This is the first of a three-part series on the problems of traditional radio and the solutions.
Identifying the problem with traditional radio is easy — its approach to gathering the majority of listening multitudes is outdated. This revelation is openly known to many broadcasters and the basic solutions have been acknowledged; however, many wishing to perform a correction are being restricted by financial woes, confused interpretation, and shortsightedness. Radio’s issues are not complex. Short-term solutions are standing in the way of progression. However, before the sound and the future of radio can be addressed, the industry must regain its footing.
Radio and Wall Street
During the '90s, radio morphed into a Wall Street banker mentality.The once creative medium became staid and dull. The “Peter Principle” gave birth to massive air shift syndication, voice tracking (modern variation on automation), consolidation, promotional confusion, no training for the future, rushed personnel advancements, and converted a product once balanced between business and art into a store item found on shelves. Companies with various formats housed under one roof, it is “Food Court Radio.”
Whenever a manufacturer has to raise product prices and indicates a rise in operating costs, it is easy to understand. Radio’s only product is the airwaves — personnel costs are fixed, and promotional budgets are flexible. The sales department sells the on-air content. Therefore, why are people losing jobs? Is it old fashion greed, cost cutting to retain the same profits?
FCC and Financing
It all began when the Federal Communications Commission increased radio national group ownership to 12 AMs and 12 FMs per market. During the consolidation boom of the '90s, Congress passed the Telecommunications Act of 1996, dropping limits on the number of stations broadcasters could own nationwide. The size of companies grew and new sources of revenue became available. Large ownership groups became mega-sized and the financial world recognized the potential for millions. Radio groups learned new ways to finance acquisitions and build cash flow; using cash flow margins became a way to leverage debt. The banks and stations were seemingly on an endless honeymoon.
Combined with fewer government regulation on loans and lending, successes spawned more creative financing. Capitol venture firms decided to join the party with sources of equity. Large groups like Infinity, SFX Broadcasting, and Clear Channel became gigantic consolidated corporations and moved away from high yield bonds to bank loans and public equity markets. Soon investment banks like Merrill Lynch formed public partnerships and raised gazillions for radio investment. All of this led many to publicly traded companies on Wall Street, allowing less financing, and using stock as currency to purchase radio properties and other businesses. Advertising revenues soared through the '80s, '90s, and up to 2004.
Cash and Credit
Radio surrendered to institutions of high finance and abandoned the business of growing the product. Meanwhile, the economy slowed down, audiences grew older, new media (blogging, video blogging, podcasts, cell phones, Internet radio) created a change in listener usage, and advertising revenues began to decline. The housing industry, credit lending, and stock market are in a spin; thus radio stock values are in the tank. Consumer media usage has changed and traditional radio has suffered. Companies with cash flow problems once used stock to leverage as currency; it is no longer an option due to low Wall Street stock prices. Radio companies Citadel, Cumulus, Entercom, Radio One, Regent, and Spanish Broadcast Systems are all trading for less than dollar a share.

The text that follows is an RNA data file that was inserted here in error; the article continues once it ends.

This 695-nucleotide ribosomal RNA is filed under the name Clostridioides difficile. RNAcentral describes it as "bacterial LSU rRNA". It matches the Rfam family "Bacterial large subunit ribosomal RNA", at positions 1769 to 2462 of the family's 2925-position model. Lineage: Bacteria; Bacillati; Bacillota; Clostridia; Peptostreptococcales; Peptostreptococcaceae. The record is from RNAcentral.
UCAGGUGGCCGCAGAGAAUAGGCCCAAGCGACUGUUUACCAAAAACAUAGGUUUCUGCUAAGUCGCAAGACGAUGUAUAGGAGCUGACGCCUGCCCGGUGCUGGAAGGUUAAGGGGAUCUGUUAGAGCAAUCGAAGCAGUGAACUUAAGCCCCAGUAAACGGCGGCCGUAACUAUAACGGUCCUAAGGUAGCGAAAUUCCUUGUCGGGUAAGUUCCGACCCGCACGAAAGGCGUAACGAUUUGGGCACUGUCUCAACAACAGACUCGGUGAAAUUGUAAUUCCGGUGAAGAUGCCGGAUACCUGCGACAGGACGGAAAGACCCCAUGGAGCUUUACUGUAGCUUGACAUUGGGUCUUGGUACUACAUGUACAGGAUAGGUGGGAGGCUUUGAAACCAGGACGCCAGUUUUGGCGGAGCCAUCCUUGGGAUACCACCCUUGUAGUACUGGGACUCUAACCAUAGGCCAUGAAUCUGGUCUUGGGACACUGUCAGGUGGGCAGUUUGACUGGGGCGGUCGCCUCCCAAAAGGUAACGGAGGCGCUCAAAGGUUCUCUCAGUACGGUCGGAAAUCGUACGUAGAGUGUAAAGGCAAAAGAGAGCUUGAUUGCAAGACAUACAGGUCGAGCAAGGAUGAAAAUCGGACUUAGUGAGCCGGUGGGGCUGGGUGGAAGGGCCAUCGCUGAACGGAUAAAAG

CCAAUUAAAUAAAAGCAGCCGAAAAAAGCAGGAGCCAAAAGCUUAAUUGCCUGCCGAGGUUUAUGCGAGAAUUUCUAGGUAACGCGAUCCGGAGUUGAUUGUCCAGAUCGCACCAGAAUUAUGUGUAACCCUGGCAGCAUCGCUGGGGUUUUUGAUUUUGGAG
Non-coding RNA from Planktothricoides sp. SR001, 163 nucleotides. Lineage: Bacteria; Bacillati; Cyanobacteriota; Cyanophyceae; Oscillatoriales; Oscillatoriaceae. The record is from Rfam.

Like for many others, cash is a problem for radio; there are balloon payment obligations, debt restructuring, and loans needing refinancing. Financial institutions recognize radio’s lack of growth potential and access to financing has become more costly. The bills keep coming and revenues are significantly down; therefore radio groups are cutting expenses by eliminating announcers and other personnel. It is a matter of not enough cash, too much debt, and collective financial survival. Individual station performance, good or bad, is not part of the equation.
Consolidated radio is attempting to keep the doors open, and unfortunately is providing a product that has little to do with what consumers want. Why pay one jock at 100 stations if a nationally syndicated show can replace all those personalities. Sounds heartless, but it is cash flow. Unless the syndication is within a company, there will also be an inventory problem, so look for the most inexpensive form of syndication, RSVTS, real simple voice tracking syndication. The game is about survival and not radio presentation or compelling listener content.
The industry is in a difficult situation. Properties were originally purchased at inflated prices; therefore selling would provide cash, but at huge losses. Recently Lew Dickey, CEO of Cumulus, said, “I think there’s going to be a pretty big shakeout and I think that half the companies in business today will be gone within 36 months.” He is probably correct; there will be a reconfiguration of consolidation, and several will follow the example of Clear Channel and return to private ownership.
The next series installment will address bottoming out, rebuilding, new media, and listening generations.Powered by Sidelines